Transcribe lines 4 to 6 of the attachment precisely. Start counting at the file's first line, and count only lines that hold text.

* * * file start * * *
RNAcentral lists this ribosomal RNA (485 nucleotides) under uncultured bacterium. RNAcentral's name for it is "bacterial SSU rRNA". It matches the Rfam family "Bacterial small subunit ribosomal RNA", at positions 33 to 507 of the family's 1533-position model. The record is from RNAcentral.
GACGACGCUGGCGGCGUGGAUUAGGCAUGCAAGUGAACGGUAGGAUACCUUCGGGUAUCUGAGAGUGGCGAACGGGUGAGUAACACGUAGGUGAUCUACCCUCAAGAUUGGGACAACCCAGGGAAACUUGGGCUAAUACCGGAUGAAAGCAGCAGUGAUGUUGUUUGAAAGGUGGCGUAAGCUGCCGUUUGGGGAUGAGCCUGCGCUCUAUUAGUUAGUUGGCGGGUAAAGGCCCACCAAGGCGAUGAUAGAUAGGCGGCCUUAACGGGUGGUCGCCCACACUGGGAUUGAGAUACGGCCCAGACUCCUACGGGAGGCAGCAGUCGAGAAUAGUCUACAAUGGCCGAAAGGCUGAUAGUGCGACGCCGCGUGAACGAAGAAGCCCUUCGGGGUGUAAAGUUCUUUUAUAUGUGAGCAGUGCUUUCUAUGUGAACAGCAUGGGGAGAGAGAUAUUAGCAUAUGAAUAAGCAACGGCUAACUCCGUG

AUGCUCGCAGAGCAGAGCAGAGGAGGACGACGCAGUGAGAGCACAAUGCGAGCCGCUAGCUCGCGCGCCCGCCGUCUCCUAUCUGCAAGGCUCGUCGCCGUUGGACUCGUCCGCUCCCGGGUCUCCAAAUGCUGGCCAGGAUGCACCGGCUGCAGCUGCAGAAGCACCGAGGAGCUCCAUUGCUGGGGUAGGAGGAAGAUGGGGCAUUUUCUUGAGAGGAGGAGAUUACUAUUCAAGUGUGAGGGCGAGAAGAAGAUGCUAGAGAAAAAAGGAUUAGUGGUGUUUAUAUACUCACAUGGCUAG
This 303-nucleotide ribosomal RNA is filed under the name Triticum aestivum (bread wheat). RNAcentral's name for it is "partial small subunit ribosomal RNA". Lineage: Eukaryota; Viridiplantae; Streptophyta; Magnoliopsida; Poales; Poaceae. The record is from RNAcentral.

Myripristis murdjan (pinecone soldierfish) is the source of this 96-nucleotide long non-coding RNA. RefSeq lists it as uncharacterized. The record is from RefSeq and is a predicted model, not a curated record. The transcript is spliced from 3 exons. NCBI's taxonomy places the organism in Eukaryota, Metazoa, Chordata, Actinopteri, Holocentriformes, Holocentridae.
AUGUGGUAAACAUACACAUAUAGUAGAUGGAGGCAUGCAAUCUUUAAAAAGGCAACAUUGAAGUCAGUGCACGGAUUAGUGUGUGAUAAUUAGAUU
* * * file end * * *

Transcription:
This 303-nucleotide ribosomal RNA is filed under the name Triticum aestivum (bread wheat). RNAcentral's name for it is "partial small subunit ribosomal RNA". Lineage: Eukaryota; Viridiplantae; Streptophyta; Magnoliopsida; Poales; Poaceae. The record is from RNAcentral.

Myripristis murdjan (pinecone soldierfish) is the source of this 96-nucleotide long non-coding RNA. RefSeq lists it as uncharacterized. The record is from RefSeq and is a predicted model, not a curated record. The transcript is spliced from 3 exons. NCBI's taxonomy places the organism in Eukaryota, Metazoa, Chordata, Actinopteri, Holocentriformes, Holocentridae.
AUGUGGUAAACAUACACAUAUAGUAGAUGGAGGCAUGCAAUCUUUAAAAAGGCAACAUUGAAGUCAGUGCACGGAUUAGUGUGUGAUAAUUAGAUU